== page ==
This week I share with you the third and final visual in the set that my students and I have been using during our Reading Workshop to help us improve our comprehension.
This visual focuses on the skill of predicting and includes three main teaching tips.
1) Readers can use their knowledge of the characters to predict what will happen next.
2) Readers can use their knowledge of story structure to predict what will happen next.
3) Occasionally, readers need to revise their predictions as they read.
In case you missed the first two visuals, you can click on the following links to access visuals focusing on the strategies of envisioning and inferring. I hope you and your students enjoy these tools and find them useful.
Last week, I shared a visual that my students and I have been using during our Reading Workshop to help us bring to life the strategy of envisioning. This week, I share the visual that we have been using to help us with our second reading comprehension strategy, inferring. As children progress to higher levels of independent reading, they need to be able to combine their own knowledge with clues that authors provide to produce inferences.
This "call and response" chant begins when children say the words "story clue," put their palms together, and then open the hands as if opening a book. Next, they make the addition sign with their forearms as they say, "plus." In part 3, they point to the brain and say, "my own knowledge." After that, they say "equals" and make the equal sign with their forearms. Finally, they say "inference" and make a capital "I" with their hands: one hand vertical, the other hand going back and forth to make the top and bottom horizontal lines. Doing this chant a few times per day over a period of days leads to excellent results.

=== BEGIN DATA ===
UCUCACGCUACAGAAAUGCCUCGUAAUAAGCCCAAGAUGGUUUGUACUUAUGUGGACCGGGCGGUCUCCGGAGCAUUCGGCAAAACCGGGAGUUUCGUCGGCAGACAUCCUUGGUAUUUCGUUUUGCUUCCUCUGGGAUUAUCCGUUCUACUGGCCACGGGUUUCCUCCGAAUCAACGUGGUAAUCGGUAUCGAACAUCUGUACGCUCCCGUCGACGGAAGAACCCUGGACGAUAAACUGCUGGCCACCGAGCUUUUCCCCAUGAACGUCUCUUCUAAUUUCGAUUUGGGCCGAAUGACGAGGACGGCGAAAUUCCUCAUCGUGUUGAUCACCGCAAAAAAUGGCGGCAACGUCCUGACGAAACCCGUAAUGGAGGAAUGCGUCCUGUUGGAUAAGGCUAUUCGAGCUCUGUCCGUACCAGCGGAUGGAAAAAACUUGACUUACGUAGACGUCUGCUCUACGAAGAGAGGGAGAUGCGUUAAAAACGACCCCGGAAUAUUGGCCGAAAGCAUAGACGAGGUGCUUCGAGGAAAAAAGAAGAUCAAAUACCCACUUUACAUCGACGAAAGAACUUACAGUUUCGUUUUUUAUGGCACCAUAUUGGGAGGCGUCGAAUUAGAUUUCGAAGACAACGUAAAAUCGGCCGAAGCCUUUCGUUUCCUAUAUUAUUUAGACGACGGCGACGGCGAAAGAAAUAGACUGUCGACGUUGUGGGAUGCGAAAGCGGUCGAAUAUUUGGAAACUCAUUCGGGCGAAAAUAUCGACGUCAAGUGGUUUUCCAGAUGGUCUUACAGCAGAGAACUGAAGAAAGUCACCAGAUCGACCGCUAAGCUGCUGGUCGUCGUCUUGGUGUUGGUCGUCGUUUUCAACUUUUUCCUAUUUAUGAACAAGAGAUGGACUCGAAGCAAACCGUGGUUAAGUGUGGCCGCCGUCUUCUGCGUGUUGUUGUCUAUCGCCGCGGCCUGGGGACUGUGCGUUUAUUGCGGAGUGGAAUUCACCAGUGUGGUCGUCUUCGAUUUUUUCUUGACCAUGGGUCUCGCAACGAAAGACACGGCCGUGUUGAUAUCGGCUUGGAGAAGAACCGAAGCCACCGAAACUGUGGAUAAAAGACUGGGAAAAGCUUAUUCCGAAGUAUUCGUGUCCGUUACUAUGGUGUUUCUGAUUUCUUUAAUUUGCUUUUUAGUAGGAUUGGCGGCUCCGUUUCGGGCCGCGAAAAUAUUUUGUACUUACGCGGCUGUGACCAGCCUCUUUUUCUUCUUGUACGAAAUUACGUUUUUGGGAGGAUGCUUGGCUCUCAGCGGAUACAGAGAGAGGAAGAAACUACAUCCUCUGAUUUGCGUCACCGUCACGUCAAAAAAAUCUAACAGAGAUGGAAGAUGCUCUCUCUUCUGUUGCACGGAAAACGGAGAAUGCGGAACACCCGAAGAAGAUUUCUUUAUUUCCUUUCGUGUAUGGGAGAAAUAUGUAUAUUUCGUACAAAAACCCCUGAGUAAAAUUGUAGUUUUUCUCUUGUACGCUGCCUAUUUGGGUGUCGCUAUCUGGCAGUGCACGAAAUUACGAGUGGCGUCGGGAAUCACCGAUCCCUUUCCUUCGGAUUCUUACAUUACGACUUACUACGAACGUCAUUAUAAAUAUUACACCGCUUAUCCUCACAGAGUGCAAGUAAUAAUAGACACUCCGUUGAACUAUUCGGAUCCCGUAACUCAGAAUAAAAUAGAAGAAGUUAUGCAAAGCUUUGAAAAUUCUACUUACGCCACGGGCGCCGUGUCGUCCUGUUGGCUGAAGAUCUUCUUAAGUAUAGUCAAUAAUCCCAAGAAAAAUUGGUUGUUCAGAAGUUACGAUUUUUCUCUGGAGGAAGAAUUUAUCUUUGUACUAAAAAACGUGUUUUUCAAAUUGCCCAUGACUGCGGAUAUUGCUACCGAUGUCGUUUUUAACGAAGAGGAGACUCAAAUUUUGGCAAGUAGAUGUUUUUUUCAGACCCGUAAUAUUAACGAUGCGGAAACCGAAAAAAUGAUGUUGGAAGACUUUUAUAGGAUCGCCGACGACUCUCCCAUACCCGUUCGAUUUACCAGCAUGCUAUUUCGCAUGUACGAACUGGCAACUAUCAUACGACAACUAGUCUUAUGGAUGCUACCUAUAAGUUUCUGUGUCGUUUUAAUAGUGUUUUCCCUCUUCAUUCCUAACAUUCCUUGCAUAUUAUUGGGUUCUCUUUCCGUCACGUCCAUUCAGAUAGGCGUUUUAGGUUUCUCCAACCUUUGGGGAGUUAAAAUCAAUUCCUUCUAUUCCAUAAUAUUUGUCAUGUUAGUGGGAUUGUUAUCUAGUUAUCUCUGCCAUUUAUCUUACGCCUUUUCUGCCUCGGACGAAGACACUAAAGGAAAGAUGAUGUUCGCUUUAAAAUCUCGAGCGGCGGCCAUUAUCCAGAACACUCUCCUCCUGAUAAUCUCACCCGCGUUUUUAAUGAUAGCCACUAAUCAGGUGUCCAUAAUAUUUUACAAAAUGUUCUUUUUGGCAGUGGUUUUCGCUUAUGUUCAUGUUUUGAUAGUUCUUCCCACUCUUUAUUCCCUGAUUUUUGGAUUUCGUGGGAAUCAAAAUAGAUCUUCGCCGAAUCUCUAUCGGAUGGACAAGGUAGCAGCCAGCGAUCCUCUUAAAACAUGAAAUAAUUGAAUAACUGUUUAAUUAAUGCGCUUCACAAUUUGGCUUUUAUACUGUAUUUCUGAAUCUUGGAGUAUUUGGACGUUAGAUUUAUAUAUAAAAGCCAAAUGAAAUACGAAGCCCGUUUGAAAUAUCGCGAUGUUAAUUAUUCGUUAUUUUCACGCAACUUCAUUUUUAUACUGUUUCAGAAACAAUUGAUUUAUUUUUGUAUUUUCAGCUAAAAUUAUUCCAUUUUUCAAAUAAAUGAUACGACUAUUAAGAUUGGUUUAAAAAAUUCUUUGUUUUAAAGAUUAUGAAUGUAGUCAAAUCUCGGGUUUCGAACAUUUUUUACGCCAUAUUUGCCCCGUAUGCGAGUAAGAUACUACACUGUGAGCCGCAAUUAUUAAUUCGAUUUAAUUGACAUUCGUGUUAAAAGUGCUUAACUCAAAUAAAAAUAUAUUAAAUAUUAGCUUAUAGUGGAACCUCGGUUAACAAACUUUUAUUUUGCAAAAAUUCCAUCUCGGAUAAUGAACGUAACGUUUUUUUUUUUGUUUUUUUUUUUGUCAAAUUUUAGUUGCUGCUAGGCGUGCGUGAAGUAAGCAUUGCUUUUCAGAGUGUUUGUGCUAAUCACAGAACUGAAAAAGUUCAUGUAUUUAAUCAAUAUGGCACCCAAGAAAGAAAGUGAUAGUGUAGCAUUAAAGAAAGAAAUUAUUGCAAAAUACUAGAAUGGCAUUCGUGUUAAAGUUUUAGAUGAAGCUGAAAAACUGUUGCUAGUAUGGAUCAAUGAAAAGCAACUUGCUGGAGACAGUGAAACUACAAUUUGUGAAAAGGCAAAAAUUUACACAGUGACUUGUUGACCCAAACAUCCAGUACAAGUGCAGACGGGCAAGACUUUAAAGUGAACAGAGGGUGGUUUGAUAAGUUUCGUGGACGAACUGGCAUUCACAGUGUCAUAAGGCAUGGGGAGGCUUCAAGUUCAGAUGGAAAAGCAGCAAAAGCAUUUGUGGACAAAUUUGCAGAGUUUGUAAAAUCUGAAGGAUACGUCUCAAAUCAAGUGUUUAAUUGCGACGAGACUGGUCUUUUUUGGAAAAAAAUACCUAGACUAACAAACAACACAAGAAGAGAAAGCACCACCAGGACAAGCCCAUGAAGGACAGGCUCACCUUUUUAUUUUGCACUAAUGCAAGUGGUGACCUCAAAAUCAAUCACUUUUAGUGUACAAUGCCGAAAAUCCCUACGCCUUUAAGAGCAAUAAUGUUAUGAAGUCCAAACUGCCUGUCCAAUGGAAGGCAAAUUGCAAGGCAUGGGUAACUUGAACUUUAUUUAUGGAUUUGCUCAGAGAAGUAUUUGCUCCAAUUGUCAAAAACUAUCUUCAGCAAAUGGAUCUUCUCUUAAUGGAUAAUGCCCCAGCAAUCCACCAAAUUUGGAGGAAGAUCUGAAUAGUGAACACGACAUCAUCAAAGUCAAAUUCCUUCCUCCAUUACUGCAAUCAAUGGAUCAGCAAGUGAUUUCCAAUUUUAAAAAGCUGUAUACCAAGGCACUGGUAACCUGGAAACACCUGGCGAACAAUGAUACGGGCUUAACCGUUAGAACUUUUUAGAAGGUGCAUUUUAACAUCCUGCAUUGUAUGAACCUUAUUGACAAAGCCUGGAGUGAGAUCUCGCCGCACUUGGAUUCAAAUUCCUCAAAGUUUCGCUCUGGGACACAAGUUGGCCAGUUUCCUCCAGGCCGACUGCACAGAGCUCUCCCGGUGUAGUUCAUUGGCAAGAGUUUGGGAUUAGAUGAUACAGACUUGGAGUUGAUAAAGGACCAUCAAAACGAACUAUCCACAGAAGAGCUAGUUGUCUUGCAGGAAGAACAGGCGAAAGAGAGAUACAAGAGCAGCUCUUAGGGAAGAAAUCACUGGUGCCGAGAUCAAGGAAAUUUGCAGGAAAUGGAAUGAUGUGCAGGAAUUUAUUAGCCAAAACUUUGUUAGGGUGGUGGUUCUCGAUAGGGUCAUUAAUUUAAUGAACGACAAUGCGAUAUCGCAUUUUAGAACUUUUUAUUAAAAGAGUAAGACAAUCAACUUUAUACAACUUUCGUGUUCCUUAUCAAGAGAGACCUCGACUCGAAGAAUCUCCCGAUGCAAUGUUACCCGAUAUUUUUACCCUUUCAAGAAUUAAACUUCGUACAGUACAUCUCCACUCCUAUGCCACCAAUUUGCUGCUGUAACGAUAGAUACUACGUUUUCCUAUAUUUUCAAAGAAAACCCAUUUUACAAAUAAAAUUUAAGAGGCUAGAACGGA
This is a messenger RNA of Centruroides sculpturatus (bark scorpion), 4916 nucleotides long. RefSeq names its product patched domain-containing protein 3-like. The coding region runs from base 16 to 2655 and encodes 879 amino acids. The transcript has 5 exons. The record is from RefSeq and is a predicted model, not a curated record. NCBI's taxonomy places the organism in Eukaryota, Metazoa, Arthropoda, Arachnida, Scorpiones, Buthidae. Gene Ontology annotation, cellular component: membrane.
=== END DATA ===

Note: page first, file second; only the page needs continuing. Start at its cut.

During our first Reading Workshop unit of the school year, my students and I have been focusing on three important comprehension strategies. To make the learning "stick," I have been using simple visuals that convey the meaning of each strategy in an engaging, user-friendly way.
This week I am sharing with you the visual that brings to life our first strategy, envisioning. For children to understand what they read, they need to be able to see "the movie in their mind" clearly. As teachers, we want to encourage children to picture the story so well that they actually feel like a character in the book.
Using Roald Dahl's Charlie and the Chocolate Factory as an example, this visual provides a nice introduction to these concepts. The popcorn image located at the top right further reinforces the idea of "watching a movie" as we read. Visuals #2 and #3 are coming soon.